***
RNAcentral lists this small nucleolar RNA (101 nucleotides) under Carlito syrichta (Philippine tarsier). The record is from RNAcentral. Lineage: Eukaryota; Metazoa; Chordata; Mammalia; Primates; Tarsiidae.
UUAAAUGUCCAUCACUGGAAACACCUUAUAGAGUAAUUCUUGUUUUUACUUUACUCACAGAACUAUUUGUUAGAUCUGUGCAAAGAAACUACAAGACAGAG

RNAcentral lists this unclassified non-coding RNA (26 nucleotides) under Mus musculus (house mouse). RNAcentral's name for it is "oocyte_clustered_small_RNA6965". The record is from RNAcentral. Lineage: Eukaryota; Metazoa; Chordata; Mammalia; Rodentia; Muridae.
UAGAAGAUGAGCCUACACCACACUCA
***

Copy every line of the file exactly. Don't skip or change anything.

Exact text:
RNAcentral lists this small nucleolar RNA (101 nucleotides) under Carlito syrichta (Philippine tarsier). The record is from RNAcentral. Lineage: Eukaryota; Metazoa; Chordata; Mammalia; Primates; Tarsiidae.
UUAAAUGUCCAUCACUGGAAACACCUUAUAGAGUAAUUCUUGUUUUUACUUUACUCACAGAACUAUUUGUUAGAUCUGUGCAAAGAAACUACAAGACAGAG

RNAcentral lists this unclassified non-coding RNA (26 nucleotides) under Mus musculus (house mouse). RNAcentral's name for it is "oocyte_clustered_small_RNA6965". The record is from RNAcentral. Lineage: Eukaryota; Metazoa; Chordata; Mammalia; Rodentia; Muridae.
UAGAAGAUGAGCCUACACCACACUCA